Getting Rid of Hyperpigmentation & Age Spots

how to get rid of age spotsGot Spots Get Rid of Them Now? Treating Age Spots and Hyperpigmentation Part 1

40 is the new 30, or so they say and it’s probably true – except for one thing: your skin.  In California, I see a lot of women in their 20’s with age spots from too much sun. It does not matter how old you are, take precautions!

Women like Jennifer Aniston, Julianne Moore, Adriana Lima, and Heidi Klum have all said that they feel sexier in their own skin as they’ve grown older.  Confidence goes a long way…but so does taking care of your skin.

No matter how sexy, how confident, and how in shape you are as you get older, you still want to be the complete package, spot free.  The years you spent playing in the sun and not taking care of yourself properly can wreak havoc on your skin, especially if we’re not paying attention.  I can bet you have met one of those women who tell you their age (ahem, truthfully) and you are shocked, swearing they look about 15 years older, you DON’T want to become that woman.

Sun, wind, stress, dry air, fatigue, alcohol, drugs and more can make our skin age even faster than our bodies. Changes in our body chemistry, alterations to our diet and lifestyle, and illnesses can make our skin discolored; it’s hard to keep sexy and confident when you’ve got spots.

Age spots

Age spots, also known as liver spots, develop because of age and overexposure to the sun, so all that time you spent tanning poolside are coming back to bite you.  Your hands, face, arms, shoulders, and chest are the areas most exposed to the sun so they get the most age spots.  Of course, those are also the areas most visible to that guy you’ve been eyeing at the office.  And if having thin hair or going bald isn’t bad enough, you can get spots there too (for the guys out there use sunscreen especially on your head or wear a hat).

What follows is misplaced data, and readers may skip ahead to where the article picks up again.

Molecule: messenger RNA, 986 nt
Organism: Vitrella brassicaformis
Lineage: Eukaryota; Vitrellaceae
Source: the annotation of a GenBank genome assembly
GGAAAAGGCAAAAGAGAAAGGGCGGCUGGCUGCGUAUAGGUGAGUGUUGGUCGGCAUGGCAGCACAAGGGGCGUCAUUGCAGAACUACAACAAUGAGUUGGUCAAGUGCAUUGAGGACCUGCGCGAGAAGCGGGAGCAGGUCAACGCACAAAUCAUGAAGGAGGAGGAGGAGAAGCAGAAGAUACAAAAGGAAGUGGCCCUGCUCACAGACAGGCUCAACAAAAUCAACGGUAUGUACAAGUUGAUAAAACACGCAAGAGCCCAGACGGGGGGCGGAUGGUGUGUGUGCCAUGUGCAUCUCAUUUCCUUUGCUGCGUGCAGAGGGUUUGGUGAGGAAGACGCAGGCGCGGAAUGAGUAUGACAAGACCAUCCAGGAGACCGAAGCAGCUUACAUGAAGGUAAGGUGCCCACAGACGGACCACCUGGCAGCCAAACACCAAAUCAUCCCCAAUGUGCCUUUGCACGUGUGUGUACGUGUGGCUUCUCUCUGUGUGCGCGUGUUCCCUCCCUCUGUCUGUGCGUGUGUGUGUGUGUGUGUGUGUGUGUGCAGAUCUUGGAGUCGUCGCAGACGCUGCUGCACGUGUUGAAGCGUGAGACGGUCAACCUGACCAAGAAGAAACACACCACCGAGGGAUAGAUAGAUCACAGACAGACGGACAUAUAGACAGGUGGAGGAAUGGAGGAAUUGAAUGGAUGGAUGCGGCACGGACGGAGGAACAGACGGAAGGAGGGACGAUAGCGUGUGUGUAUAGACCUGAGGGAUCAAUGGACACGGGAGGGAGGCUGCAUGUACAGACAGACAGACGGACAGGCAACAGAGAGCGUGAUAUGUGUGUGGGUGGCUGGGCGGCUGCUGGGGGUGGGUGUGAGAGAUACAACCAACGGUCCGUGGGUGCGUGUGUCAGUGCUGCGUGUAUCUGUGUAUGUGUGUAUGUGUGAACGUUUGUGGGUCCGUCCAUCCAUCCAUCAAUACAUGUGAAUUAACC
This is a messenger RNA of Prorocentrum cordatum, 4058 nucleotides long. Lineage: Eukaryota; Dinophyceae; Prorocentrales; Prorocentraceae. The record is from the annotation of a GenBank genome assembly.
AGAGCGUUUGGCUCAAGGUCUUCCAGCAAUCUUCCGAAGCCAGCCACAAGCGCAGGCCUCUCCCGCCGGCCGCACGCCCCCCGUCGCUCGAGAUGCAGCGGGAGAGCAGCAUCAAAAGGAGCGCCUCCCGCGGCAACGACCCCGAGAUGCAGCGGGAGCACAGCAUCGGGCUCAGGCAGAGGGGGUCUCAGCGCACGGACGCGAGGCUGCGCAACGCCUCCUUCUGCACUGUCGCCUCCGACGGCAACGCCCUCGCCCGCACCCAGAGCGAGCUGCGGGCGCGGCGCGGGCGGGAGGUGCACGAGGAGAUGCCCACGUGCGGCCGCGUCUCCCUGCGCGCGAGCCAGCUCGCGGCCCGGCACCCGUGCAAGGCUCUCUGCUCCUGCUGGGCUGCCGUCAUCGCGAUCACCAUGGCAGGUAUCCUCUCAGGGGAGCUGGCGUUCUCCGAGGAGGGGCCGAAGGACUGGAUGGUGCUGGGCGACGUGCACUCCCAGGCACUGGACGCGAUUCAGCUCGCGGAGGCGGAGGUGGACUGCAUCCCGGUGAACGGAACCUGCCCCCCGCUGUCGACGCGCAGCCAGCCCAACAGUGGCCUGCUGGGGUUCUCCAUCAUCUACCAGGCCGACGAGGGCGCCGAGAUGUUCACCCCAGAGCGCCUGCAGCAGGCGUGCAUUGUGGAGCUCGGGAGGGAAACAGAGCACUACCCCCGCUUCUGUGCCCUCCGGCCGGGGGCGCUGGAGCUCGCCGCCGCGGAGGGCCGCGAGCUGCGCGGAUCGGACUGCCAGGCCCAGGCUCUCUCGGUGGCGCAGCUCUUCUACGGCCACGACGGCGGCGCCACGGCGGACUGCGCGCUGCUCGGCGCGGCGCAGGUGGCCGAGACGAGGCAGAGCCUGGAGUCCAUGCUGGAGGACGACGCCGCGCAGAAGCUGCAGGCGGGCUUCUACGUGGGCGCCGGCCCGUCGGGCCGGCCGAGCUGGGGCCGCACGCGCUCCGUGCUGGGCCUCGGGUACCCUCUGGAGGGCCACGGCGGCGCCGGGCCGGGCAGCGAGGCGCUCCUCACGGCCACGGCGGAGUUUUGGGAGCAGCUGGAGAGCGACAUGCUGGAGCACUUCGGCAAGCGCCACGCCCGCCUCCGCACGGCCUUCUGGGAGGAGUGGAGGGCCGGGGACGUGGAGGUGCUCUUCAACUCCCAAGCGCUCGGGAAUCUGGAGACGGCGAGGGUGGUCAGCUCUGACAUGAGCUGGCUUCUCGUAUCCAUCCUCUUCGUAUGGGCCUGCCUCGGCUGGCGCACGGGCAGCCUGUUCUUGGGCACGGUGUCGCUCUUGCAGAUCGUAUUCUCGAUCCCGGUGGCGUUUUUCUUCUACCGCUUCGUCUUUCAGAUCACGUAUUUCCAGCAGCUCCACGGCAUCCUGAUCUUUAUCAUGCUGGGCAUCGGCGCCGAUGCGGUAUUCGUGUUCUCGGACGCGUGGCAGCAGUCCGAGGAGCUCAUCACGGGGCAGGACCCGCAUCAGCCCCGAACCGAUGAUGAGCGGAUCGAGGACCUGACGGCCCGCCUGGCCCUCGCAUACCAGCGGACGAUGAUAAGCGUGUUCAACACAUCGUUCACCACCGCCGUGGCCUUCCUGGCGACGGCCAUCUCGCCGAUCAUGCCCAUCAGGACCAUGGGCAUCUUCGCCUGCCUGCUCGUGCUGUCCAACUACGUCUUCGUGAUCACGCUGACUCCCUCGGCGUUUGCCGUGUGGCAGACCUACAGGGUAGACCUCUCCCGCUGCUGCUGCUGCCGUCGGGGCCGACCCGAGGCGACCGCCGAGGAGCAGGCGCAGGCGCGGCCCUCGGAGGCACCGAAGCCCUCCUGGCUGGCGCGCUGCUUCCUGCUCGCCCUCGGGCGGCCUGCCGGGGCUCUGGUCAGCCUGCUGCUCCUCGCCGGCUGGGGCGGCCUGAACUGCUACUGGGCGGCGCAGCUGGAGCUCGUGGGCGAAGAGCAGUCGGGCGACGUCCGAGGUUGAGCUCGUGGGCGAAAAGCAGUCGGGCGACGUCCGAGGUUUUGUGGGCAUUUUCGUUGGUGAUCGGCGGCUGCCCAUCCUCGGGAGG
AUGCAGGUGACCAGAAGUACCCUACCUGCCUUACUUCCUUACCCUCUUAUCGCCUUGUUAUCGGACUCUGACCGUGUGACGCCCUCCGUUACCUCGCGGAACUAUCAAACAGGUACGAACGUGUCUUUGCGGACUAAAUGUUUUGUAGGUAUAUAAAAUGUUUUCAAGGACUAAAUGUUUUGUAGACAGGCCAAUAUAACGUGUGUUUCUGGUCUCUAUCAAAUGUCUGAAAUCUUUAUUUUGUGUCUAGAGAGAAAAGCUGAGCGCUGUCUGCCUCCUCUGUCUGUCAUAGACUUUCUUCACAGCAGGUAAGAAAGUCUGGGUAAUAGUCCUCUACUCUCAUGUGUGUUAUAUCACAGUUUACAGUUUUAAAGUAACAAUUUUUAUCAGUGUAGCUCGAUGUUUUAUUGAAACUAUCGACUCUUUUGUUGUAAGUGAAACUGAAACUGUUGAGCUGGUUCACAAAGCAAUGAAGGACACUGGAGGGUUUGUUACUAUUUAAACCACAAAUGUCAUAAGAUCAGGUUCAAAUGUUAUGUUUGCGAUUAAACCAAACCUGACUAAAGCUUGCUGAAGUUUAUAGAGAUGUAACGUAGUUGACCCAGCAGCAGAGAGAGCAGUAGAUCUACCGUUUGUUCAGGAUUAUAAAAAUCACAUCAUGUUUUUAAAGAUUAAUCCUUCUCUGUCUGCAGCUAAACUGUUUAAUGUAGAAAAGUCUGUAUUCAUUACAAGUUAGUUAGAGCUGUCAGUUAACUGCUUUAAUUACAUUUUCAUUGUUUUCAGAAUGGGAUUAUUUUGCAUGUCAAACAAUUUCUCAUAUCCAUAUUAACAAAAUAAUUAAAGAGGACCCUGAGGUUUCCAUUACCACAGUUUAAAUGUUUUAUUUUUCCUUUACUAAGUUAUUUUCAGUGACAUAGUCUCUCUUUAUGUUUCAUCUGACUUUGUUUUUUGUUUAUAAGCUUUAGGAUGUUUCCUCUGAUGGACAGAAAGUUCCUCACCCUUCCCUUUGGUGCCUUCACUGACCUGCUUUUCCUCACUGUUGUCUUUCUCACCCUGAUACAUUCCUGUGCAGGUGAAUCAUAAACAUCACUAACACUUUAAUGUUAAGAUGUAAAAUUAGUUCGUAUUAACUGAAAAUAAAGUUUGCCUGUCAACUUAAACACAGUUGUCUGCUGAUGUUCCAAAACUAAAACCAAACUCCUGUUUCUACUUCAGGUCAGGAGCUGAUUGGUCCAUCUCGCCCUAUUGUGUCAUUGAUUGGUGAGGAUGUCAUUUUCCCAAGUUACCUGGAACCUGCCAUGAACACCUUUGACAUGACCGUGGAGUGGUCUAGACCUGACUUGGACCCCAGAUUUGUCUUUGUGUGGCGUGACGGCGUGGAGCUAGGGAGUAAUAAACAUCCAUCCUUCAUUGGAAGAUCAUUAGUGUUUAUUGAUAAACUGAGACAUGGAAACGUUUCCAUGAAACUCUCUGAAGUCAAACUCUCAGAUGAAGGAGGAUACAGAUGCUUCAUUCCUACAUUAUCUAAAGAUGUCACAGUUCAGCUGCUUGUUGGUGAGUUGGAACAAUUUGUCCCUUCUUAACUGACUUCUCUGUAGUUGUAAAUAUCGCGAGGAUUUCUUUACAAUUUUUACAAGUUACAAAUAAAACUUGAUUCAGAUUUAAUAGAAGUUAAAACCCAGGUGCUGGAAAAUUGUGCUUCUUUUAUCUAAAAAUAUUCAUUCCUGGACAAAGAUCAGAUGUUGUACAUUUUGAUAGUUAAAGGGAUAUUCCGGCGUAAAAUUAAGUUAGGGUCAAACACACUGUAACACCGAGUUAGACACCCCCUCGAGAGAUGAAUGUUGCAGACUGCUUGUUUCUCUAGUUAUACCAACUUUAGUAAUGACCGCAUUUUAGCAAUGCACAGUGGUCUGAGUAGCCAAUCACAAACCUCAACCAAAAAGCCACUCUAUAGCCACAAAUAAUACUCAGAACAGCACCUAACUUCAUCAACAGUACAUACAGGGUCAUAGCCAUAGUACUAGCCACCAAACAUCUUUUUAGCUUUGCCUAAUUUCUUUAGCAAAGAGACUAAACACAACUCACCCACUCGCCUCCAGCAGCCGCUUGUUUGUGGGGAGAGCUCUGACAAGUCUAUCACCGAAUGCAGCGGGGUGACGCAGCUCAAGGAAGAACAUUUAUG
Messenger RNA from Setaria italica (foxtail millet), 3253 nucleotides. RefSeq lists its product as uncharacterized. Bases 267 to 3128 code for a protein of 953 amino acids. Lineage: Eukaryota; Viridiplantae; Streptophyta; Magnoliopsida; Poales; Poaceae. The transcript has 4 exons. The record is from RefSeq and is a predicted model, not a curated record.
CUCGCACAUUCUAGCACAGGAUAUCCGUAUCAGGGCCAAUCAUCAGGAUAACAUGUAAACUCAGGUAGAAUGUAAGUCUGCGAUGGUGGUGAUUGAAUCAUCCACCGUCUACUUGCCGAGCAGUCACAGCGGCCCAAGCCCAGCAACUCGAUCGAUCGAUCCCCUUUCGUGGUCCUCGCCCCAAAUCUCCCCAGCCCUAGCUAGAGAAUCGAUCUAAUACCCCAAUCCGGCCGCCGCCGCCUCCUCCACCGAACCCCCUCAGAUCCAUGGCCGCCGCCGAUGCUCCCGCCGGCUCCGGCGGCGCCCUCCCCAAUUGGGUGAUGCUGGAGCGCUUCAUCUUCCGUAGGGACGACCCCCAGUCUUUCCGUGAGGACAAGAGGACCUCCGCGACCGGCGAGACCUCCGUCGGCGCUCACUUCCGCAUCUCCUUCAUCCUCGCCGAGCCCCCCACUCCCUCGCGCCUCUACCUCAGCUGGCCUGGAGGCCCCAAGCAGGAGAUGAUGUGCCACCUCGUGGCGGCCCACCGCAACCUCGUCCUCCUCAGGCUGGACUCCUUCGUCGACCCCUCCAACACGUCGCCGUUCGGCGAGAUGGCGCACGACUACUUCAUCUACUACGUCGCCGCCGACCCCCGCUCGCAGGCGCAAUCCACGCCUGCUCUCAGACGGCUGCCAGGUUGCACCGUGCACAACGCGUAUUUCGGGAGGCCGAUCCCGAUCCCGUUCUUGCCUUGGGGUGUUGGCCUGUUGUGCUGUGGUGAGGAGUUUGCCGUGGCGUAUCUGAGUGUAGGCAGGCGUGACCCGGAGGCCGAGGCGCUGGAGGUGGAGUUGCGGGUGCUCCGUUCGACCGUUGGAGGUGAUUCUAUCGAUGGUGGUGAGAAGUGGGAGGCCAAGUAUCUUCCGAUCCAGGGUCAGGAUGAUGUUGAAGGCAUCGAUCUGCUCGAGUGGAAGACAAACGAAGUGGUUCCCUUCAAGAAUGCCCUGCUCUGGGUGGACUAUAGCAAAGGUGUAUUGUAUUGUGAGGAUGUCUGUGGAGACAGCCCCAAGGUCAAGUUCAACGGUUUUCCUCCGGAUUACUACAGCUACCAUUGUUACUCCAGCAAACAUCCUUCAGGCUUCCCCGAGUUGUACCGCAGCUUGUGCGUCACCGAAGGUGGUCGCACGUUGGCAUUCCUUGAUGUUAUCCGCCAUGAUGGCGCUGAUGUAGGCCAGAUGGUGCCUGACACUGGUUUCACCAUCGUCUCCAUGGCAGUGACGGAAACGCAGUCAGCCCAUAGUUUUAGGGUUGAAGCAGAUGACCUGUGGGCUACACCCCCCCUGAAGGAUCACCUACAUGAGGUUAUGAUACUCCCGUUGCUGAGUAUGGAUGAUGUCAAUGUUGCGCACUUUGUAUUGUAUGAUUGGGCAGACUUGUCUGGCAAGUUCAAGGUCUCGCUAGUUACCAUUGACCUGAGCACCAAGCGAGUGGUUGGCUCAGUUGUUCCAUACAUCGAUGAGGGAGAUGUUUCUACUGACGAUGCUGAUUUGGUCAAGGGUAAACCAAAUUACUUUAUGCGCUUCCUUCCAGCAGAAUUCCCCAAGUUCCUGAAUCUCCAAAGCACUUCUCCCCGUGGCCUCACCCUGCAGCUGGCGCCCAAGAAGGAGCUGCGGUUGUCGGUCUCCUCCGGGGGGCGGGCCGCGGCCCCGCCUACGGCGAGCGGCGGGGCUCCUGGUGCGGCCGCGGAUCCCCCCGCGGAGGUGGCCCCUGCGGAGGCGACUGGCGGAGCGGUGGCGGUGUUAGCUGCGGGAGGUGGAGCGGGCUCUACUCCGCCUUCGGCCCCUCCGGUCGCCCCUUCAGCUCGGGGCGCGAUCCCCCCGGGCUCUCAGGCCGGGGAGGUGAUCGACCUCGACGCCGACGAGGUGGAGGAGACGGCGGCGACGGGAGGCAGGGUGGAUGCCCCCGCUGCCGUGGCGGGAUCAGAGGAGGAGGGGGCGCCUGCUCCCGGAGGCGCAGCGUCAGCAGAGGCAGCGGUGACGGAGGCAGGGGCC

Most age spots are various shades of tan and brown, although they can be black or red as well.  The deal is that after the age of 30 especially, your skin no longer has as much ability to regenerate after sun exposure but any age is at risk if you are sensitive to the sun. Honey, those are not freckles.  So all those sexy women that liked to tan are going to start spotting.  And those of you with pale, porcelain skin? Yup, you’re also more likely to develop spots, even if we haven’t spent years laying out in the sun.


Another fun thing to look forward to?  Hyperpigmentation.  Ladies with , Mediterranean, Latin, or African/Caribbean skin tones are more likely to struggle with this discoloration.  Hyperpigmentation is basically the darkening or discoloration of different parts of your skin. Melanin determines our skin coloration; when you’ve got too much in certain areas, then you’re in trouble. Your spots may be nothing to be worried about, like age spots (aside from the obvious ‘ick’ factor), but these spots can potentially indicate a deeper problem.  Addison’s disease, Cushing’s disease, Celiac disease, Nelson’s syndrome, Tinea fungal infections, mercury poisoning, and more can cause hyperpigmentation of the skin.  But chances are very good that if you’ve got these annoying spots, it’s simply due to age, nationality, hormones and, again, too much sun.

In the second part of this article, it’s time to stop cursing those years you’ve spent enjoying the outdoors and find ways to treat these annoyances.  And if you haven’t got spots yet but worry that you will?  You can find out how to prevent them and keep your smooth, soft skin as sexy as ever.

Stayed tuned on how to get rid of age spots and hyperpigmentation in part 2!


Treatment for Age Spots and Hypepigmentation (part 2)

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